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A reinforced concrete office block of 7 storeys was recently damaged by IRA bomb attack. The bomb was placed on the first floor in an end bay and opposite to a staircase, and did considerable structural damage. The bay of first floor on which the bomb was placed was demolished and a hole was blown in the second floor slab above. This, together with damage to external columns, wall beam and solid end gable were all that might have been expected from the size of the bomb employed. However, and at first sight without explanation, large areas of the 6 in thick 'flat-slab' first floor were also damaged. In spite of the fact that these bays could have suffered only from secondary or reflected blast, deflexions of up to 8 in appeared in the middles of several of the 15 ft square bays.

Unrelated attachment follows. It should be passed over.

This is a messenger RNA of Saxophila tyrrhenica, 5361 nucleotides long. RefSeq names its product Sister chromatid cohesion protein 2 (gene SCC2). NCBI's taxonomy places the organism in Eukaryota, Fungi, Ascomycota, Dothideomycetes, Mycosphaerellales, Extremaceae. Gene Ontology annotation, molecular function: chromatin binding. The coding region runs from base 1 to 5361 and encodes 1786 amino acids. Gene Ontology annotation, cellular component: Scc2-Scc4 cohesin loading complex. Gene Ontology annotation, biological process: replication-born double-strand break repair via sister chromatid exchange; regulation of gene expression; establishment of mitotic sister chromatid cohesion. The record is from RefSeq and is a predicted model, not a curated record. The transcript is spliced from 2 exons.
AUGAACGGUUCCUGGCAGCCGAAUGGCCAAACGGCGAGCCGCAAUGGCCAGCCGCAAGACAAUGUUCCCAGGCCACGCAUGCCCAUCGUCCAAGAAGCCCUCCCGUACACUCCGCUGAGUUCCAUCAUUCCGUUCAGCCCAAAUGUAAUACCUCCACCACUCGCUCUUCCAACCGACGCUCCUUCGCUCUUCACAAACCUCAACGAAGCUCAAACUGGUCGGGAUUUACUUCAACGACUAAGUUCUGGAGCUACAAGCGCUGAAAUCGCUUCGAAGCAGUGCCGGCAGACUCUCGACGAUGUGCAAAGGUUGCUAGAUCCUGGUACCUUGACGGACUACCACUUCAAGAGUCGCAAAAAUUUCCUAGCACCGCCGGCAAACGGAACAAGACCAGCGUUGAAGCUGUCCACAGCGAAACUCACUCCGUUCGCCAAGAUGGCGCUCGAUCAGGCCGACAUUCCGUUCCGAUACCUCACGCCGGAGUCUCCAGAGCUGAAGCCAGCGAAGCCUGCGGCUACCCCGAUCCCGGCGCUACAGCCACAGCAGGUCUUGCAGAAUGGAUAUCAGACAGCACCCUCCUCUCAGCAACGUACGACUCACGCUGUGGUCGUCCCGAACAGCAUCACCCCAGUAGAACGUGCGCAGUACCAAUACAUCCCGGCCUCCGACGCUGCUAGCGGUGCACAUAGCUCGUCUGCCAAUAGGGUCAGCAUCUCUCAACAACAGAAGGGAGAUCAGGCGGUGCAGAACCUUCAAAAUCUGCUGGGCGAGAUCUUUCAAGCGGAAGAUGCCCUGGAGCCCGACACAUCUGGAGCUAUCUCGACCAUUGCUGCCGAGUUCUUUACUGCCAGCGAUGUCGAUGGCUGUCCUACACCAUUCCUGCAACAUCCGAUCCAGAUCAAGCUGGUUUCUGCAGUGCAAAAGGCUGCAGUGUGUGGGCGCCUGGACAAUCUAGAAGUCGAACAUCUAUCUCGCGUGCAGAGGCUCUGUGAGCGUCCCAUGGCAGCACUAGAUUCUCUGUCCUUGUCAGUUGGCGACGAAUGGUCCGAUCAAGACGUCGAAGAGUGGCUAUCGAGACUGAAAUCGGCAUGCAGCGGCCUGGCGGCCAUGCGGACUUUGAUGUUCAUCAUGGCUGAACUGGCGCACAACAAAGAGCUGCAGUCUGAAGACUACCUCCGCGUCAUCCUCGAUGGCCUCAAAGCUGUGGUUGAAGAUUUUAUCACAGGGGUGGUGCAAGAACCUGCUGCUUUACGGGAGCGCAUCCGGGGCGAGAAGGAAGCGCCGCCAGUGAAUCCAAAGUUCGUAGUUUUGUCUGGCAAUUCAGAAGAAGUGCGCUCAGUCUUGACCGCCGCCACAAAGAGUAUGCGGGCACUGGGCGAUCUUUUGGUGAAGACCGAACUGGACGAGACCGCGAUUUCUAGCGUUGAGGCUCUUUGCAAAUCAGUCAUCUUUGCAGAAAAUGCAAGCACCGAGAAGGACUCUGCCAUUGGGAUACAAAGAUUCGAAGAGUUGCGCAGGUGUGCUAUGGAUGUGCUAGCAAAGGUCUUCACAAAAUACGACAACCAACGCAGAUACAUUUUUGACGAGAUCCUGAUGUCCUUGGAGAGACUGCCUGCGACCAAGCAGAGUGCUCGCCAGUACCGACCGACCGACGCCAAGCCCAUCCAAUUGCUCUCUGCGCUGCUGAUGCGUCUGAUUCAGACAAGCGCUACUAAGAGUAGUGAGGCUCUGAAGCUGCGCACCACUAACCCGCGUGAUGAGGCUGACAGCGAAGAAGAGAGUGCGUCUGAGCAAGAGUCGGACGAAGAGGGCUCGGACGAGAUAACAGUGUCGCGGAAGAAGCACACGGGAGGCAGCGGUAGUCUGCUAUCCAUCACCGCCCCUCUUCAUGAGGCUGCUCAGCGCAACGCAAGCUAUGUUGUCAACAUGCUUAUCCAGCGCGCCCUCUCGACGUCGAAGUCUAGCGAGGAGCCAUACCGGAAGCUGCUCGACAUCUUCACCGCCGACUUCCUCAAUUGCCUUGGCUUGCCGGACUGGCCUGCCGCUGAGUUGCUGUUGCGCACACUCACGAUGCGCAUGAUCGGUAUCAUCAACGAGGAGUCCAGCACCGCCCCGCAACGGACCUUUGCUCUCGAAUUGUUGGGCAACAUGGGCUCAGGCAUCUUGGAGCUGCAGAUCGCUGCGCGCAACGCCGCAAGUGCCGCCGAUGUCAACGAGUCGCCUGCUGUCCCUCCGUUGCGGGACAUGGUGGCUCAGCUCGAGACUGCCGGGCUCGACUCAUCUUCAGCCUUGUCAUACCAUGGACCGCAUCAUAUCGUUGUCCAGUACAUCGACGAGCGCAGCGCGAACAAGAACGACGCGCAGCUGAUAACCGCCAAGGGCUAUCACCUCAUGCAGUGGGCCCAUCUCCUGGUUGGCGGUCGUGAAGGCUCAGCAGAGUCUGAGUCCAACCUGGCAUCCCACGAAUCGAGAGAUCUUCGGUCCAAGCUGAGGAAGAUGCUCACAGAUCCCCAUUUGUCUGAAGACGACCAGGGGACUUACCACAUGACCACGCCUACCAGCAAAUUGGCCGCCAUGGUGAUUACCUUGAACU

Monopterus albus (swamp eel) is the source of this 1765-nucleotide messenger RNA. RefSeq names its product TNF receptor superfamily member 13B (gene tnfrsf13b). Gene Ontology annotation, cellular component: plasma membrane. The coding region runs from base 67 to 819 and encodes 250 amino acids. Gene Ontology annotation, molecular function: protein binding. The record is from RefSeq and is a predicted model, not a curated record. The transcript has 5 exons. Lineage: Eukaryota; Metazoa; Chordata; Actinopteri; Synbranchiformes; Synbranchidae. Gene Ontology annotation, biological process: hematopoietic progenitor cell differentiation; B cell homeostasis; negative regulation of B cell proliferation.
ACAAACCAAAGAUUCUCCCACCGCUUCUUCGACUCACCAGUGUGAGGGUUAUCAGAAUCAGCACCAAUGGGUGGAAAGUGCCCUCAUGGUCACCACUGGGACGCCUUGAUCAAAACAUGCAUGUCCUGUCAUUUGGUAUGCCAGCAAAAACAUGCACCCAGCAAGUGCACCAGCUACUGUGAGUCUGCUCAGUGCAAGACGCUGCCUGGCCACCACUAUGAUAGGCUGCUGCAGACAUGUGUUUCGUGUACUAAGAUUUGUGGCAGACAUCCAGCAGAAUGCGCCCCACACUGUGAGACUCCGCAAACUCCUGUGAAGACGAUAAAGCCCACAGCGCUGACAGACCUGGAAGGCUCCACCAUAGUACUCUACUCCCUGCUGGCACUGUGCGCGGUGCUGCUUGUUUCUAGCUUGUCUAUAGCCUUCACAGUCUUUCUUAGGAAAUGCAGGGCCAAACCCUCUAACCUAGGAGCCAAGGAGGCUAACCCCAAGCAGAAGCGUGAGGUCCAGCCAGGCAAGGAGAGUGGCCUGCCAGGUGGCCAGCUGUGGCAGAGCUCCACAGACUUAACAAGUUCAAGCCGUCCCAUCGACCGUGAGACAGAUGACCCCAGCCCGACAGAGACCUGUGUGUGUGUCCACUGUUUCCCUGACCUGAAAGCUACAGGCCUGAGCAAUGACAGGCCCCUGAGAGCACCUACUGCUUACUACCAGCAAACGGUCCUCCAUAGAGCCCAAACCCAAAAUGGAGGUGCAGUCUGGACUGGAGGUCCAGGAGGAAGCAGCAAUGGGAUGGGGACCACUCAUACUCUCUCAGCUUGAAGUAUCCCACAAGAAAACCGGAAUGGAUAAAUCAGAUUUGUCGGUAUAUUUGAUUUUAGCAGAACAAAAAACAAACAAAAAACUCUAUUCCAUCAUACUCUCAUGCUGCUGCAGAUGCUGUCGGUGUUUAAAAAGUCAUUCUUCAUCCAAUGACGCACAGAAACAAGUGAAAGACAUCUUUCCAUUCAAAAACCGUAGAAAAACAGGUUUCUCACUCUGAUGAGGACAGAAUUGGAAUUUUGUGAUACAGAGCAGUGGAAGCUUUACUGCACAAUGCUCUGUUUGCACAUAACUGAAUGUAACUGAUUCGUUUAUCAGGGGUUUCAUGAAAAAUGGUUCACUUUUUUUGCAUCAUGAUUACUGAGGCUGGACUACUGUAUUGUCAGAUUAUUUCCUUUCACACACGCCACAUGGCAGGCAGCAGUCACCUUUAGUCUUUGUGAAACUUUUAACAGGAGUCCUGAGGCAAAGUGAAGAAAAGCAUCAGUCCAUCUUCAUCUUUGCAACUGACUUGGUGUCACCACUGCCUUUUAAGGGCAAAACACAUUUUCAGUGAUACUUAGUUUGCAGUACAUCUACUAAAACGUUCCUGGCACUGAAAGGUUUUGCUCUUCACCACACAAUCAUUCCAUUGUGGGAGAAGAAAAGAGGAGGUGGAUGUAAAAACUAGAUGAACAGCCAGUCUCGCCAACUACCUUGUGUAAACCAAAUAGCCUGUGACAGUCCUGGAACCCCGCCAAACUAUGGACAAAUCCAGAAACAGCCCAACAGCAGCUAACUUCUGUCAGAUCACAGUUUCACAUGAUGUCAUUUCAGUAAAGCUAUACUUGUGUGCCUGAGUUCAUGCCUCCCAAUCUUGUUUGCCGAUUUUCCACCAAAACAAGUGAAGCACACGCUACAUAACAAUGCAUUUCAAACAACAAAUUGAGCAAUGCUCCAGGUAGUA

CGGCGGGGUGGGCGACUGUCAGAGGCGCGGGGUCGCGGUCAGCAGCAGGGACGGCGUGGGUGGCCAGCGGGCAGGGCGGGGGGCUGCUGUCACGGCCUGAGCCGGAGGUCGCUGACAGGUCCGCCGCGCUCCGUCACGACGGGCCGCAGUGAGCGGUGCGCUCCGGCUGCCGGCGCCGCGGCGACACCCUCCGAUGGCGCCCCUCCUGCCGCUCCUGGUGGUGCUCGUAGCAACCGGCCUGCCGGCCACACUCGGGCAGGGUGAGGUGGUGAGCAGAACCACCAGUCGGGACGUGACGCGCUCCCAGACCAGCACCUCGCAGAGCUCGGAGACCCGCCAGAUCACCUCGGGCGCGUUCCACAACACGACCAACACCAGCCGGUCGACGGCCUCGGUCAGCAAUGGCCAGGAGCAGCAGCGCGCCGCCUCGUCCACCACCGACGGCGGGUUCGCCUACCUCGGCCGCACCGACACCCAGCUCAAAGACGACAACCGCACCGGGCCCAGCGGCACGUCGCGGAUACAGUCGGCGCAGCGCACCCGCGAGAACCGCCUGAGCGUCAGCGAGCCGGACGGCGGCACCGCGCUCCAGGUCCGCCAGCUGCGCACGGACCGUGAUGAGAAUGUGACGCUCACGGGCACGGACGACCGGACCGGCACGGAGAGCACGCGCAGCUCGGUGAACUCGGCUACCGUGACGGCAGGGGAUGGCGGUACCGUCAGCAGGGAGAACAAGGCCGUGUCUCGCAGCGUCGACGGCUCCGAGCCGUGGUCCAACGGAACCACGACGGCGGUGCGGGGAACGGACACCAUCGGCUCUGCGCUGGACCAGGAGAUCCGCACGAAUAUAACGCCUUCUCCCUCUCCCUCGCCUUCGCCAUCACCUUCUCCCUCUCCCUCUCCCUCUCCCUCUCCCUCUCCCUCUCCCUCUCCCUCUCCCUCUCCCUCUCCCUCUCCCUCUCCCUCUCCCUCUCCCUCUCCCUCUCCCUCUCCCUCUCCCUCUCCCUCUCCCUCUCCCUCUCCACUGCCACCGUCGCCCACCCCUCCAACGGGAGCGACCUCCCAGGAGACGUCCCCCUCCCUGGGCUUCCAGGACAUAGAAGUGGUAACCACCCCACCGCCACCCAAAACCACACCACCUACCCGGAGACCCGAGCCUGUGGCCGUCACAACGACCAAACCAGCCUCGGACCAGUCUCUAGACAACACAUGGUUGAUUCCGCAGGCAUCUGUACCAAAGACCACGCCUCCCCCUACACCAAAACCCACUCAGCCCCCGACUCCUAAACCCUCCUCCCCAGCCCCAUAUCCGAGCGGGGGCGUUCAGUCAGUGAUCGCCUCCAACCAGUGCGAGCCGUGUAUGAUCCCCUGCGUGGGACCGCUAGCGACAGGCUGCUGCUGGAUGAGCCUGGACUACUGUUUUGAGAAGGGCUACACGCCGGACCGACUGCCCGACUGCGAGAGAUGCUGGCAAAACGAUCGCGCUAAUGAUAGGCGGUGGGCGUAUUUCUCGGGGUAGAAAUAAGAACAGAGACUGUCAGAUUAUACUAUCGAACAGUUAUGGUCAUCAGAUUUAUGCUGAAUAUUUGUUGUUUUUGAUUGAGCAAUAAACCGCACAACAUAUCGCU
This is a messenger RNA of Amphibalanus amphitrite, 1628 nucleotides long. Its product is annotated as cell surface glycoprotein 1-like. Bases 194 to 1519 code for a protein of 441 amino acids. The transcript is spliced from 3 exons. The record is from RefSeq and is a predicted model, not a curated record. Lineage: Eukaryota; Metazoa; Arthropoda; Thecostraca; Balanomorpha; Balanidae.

The ‘Stability’ report has taken some time to develop but the timing of its appearance has coincided with a period of very active re-thinking of our basic structural philosophy. In particular, it seems to form the third member of a trilogy which began with the Aims of Structural Design and has coincided with the issue of recommendations
on Future Building Regulations.
A study of the detailed stress distribution in brickwork is essential for the proper understanding of the behaviour of this composite material. The authors are thus to be congratulated for their work in applying the finite element method of analysis to a brickwork disc under diametrical load, taking into account the non-homogeneous nature
of the material.